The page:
- In 1897 Frederick Francis IV (b. 1882) succeeded his father Frederick Francis III (1851–1897) as the last grand duke of Mecklenburg-Schwerin. In 1907 the Grand Duke promised a constitution to his subjects.
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Frederick Francis IV (Friedrich Franz Michael; 9 April 1882 – 17 November 1945) was the last Grand Duke of Mecklenburg-Schwerin and regent of Mecklenburg-Strelitz. He inherited the throne when he was fifteen years old in 1897 and was forced to renounce it in 1918.
- Constitutional monarchy
- Evangelical Lutheran State Church of Mecklenburg-Schwerin
Friedrich Franz IV. von Mecklenburg-Schwerin. German Prince, last Grand Duke of Mecklenburg-Schwerin and regent of Mecklenburg-Strelitz. He was born in Palermo the son of Friedrich Franz III, Grand Duke of Mecklenburg-Schwerin and Grand Duchess Anastasia Mikhailovna of Russia.
- The Land of the Obotrites
- The Saxon suzerainty and the land of Mecklenburg
This list of dukes and grand dukes of Mecklenburg dates from the origins of the German princely state of Mecklenburg's royal house in the High Middle Ages to the monarchy's abolition at the end of World War I. Strictly speaking, Mecklenburg’s princely dynasty was descended linearly from the princes of a Slavic tribe, the Obotrites, and had its original residence in a castle in Dorf Mecklenburg close to Wismar. As part of a feudal union under German law from 1160—at first under the...
See also: Obotrites As allies of the Carolingian kings and the empire of their Ottonian successors, the Obotrites fought from 808 to 1200 against the kings of Denmark, who wished to rule the Baltic region independently of the empire. When opportunities arose, for instance upon the death of an emperor, they would seek to seize power; and in 983 Hamburg was destroyed by the Obotrites under their king, Mstivoj. At times they levied tribute from the Danes and Saxons. Under the leadership of Niklot,
See also: Mecklenburg From the 7th through the 12th centuries, the area of Mecklenburg was taken over by Western Slavic peoples, most notably the Obotrites and other tribes that Frankish sources referred to as "Wends". The 11th century founder of the Mecklenburgian dynasty of Dukes and later Grand Dukes, which lasted until 1918, was Nyklot of the Obotrites. In the late 12th century, Henry the Lion, Duke of the Saxons, conquered the region, subjugated its local lords, and Christianized its people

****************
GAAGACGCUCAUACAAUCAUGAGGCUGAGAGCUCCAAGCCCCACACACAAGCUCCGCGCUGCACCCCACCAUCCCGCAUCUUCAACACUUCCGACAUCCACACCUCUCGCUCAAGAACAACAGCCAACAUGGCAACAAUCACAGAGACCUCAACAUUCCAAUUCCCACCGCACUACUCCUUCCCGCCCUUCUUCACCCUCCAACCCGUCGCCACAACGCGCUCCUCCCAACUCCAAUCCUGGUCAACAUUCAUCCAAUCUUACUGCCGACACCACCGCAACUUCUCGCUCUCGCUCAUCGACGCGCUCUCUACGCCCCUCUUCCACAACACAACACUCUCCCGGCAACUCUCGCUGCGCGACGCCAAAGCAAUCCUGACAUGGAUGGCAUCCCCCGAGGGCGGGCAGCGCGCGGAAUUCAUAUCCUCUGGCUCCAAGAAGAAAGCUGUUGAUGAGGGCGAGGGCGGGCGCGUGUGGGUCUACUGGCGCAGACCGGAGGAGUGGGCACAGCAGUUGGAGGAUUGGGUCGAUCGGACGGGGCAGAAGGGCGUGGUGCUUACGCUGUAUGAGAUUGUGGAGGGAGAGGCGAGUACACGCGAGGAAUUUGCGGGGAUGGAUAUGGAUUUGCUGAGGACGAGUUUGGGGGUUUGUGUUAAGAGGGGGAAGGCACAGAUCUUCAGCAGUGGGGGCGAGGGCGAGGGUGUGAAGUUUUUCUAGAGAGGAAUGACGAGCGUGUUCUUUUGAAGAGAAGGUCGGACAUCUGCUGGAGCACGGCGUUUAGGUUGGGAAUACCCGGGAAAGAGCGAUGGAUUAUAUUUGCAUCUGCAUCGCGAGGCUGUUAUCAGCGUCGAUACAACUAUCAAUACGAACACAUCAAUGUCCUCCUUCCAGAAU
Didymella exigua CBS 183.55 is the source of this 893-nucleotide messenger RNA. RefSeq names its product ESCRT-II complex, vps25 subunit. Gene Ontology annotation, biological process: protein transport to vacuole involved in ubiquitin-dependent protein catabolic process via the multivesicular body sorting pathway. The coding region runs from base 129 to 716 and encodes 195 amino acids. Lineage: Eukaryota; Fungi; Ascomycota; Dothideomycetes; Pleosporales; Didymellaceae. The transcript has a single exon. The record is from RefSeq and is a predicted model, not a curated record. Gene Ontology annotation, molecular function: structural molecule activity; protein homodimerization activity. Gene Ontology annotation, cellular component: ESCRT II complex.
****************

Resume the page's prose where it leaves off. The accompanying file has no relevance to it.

The Duchy of Mecklenburg-Schwerin was a duchy in northern Germany created in 1701, when Frederick William and Adolphus Frederick II divided the Duchy of Mecklenburg between Schwerin and Strelitz. Ruled by the successors of the Nikloting House of Mecklenburg, Mecklenburg-Schwerin remained a state of the Holy Roman Empire along the Baltic Sea littoral between Holstein-Glückstadt and Duchy of Pomerania. Duchy of Mecklenburg-Schwerin Herzogtum Mecklenburg-Schwerin 1379–1815 Flag Coat of arms...
The dynasty's progenitor, Niklot, was a chief of the Slavic Obotrite tribal federation, who fought against the advancing Saxons and was finally defeated in 1160 by Henry the Lion in the course of the Wendish Crusade. Niklot's son, Pribislav, submitted himself to Henry, and in 1167 came into his paternal inheritance as the first Prince of Mecklenburg.
In June 1692, when Christian Louis I died in exile and without sons, a dispute arose about the succession to his duchy between his brother, Adolphus Frederick II, and his nephew, Frederick William. The emperor and the rulers of Kingdom of Sweden and of Electorate of Brandenburg took part in this struggle, which was intensified three years later, when on the death of Gustav Adolph, the family ruling over Mecklenburg-Güstrow became extinct. In 1701, with the endorsement of the Imperial state ...
With the Congress of Vienna in 1815, Frederick Francis I of Mecklenburg-Schwerin received the title of Grand Duke. After the fall of the monarchies in 1918 resulting from World War I, the Grand Duchy became the Free State of Mecklenburg-Schwerin. On 1 January 1934 it was united with the neighbouring Free State of Mecklenburg-Strelitz.
In 1436, William, the last Lord of Werle, died without a male heir. Because William's son-in-law, Ulric II of Mecklenburg-Stargard, had no issue, his line became extinct upon Ulric's death in 1471. All possessions fell back to Duke Henry IV of Mecklenburg-Schwerin, who was then the sole ruler over all of Mecklenburg.
May 20, 2019 · That great-grandfather was Duke Heinrich zu Mecklenburg-Schwerin, son of Grand Duke Friedrich Franz II and his third wife Princess Marie von Schwarzburg-Rudolstadt. He was born in Schwerin in 1876. During a visit to family at Schwarzbburg Castle he in 1900 met the Dutch Queen Wilhelmina.
Early life. He was a son of John VII, Duke of Mecklenburg-Schwerin and Sophia, daughter of Adolf, Duke of Holstein-Gottorp, and his wife Christine of Hesse.. At first, Adolf Frederick and his brother John Albert II reigned under the guardianship of Duke Ulrich III of Mecklenburg-Güstrow and Charles I of Mecklenburg (his father's uncles).
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